Lawmakers realize we have a pervasive nursing home abuse problem in America. Nursing home COVID deaths are nearing 200,000. More glaringly, a bipartisan Senate investigation revealed that poor resident care is overwhelming clustered around less than 5% of the nation’s facilities.
A disproportionate amount of neglect cases occur in nursing homes listed under the Special Focus Facility (SFF) program. The SFF program includes the worst performing facilities that “substantially fail” to meet the basic care standards required by the federal government.
Think of SFF nursing homes as the repeat offenders who have a pattern of neglecting and harming vulnerable residents. Until recently, an SFF distinction was shameful, but without much punishment or rehabilitation opportunities.
However, we have an opportunity to fix that.
Senators Bob Casey (D-PA) and Pat Toomey (R-PA) are proposing the Nursing Home Reform Modernization Act of 2021 [S.782]. The bill would expand the list of monitored facilities, increase educational resources for underperforming facilities, and establish an independent Advisory Council to inform the U.S. Department of Health and Human Services (HHS) on how best to rank nursing home performance and foster quality improvements.
The bill would improve and expand the SFF program to include facilities currently qualifying as “candidates” for SFF, but not members. These are poorly performing facilities that exist on the periphery of the SFF list, but not on it. Under the proposed legislation, the SFF list would expand and require that no fewer than 3.5% of the worst rated facilities are under increased scrutiny.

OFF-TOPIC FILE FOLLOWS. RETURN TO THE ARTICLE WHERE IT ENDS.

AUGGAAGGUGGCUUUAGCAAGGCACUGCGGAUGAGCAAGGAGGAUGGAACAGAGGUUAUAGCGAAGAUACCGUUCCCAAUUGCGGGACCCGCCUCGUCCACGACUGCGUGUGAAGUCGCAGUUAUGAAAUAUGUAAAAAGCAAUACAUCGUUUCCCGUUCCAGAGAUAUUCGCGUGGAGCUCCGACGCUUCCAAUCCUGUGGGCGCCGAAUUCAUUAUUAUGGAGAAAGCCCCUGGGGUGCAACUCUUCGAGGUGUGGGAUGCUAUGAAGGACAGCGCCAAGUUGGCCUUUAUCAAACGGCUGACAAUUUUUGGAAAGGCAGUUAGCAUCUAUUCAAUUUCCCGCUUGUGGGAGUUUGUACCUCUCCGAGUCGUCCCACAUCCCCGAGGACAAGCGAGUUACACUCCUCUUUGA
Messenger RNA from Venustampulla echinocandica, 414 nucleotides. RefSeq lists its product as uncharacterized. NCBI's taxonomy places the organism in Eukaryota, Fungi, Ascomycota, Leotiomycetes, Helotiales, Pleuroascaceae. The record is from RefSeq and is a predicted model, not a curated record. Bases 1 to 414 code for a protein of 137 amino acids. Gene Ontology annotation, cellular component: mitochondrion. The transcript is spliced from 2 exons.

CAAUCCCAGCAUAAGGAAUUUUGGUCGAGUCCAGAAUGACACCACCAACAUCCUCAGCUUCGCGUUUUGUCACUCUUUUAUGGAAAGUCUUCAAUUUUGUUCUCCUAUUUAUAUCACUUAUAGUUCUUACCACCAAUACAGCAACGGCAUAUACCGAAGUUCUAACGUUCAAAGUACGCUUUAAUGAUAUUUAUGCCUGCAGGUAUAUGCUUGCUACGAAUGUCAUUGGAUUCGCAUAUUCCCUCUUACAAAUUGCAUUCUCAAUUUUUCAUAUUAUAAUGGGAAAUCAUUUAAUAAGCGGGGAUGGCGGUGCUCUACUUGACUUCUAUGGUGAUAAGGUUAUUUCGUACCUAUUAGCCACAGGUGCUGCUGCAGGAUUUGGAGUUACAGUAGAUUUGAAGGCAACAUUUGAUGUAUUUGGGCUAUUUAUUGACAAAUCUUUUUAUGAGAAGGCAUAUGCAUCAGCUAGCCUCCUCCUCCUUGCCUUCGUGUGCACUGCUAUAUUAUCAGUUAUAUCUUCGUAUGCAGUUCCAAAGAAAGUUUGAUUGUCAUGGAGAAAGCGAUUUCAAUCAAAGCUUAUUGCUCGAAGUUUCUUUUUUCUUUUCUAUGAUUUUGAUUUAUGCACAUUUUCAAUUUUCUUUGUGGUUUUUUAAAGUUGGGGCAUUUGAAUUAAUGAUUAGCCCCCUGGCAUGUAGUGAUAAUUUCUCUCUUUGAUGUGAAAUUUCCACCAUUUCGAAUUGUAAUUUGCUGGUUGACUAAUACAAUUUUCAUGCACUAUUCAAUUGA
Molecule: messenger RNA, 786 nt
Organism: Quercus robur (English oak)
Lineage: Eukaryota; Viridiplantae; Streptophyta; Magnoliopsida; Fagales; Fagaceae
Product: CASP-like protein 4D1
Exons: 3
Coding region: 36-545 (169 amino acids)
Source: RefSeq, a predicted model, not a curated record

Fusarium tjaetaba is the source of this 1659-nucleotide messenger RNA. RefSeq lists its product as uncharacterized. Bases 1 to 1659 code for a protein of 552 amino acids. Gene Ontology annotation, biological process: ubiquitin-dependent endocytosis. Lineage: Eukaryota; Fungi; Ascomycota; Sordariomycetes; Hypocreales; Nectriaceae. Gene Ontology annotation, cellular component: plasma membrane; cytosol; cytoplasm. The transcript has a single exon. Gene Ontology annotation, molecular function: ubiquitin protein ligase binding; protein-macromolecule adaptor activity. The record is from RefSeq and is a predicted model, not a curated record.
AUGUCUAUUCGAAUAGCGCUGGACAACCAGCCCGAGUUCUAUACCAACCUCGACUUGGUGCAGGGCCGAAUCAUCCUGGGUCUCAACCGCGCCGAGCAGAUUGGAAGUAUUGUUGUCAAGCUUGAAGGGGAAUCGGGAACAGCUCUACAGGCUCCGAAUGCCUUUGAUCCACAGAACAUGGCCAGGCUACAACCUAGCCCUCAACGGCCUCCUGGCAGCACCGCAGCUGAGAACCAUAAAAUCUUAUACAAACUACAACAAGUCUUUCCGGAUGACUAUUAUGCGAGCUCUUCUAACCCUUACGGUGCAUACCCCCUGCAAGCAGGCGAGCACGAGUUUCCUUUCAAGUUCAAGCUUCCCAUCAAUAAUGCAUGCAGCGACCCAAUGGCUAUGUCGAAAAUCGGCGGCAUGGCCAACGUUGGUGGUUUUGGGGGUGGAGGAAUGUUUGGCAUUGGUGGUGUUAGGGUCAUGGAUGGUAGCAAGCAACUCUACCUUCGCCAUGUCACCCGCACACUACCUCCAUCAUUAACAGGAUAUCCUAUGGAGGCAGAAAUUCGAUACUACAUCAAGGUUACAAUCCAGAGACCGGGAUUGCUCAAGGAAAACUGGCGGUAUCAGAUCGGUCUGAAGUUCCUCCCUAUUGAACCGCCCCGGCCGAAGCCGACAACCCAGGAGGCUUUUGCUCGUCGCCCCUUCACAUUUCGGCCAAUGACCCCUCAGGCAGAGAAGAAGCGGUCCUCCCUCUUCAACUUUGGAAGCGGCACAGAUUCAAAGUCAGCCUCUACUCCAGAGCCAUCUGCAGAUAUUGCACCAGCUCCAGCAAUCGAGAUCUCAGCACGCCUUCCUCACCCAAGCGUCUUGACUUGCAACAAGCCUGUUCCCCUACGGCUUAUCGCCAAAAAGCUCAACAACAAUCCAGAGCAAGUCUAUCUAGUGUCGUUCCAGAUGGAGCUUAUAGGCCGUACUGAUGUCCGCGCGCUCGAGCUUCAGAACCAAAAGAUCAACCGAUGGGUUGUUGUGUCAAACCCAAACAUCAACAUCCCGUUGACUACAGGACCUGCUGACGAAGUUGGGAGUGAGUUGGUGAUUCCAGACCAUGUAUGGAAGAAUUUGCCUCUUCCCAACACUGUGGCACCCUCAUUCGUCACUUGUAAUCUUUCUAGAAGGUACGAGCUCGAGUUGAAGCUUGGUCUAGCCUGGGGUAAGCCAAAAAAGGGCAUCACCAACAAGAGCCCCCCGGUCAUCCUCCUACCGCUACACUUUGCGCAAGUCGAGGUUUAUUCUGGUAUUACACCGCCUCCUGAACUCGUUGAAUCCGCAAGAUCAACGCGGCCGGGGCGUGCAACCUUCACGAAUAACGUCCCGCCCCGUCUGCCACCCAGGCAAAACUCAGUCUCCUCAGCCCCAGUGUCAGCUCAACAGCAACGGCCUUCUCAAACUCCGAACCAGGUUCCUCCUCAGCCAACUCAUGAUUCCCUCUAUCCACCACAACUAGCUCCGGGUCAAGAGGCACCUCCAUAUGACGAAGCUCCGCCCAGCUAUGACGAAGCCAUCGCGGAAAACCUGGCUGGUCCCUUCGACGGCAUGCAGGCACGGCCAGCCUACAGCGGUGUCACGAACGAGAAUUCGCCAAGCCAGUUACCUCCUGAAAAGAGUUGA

The Government Accountability Office and U.S. Department of Health and Human Services would also get involved in auditing and investigating low rated nursing homes, with civil penalties ranging from monetary fines to license revocation. Civil penalties (money) taken from the violating facilities would be re-invested to improve the SFF nursing home via increased training and education.
Further, the SFF program would be rebranded as the “Low-Rated Facility Program”, and the nursing home rating information would be easily accessible to the public. This can better inform elderly Americans on which facilities enjoy high rankings, and which facilities are frequent violators of residents’ rights.
The program is not entirely punitive though. The underlying purpose of the proposed nursing home rating system is to publicly evaluate facilities, and to offer a path towards improvement. Government regulators would work hand in glove with poorly ranked facilities in an effort to improve compliance with state and federal regulations.
As a nursing home negligence litigator, I am floored by the lack of quality control we use in our long-term care system. The lifeblood of these nursing homes is taxpayer dollars in the form of Medicare and Medicaid. It is time that the government insisted on humane, quality patient care in exchange for the hundreds of millions of federal dollars it pays private, for-profit nursing home corporations.
The proposed legislation is supported by just about every senior citizen non-profit in the US.
Let’s demand more accountability from nursing homes. Write you Senator and Member of Congress today and ask them to support the Nursing Home Reform Modernization Act of 2021.« Previous PostNext Post »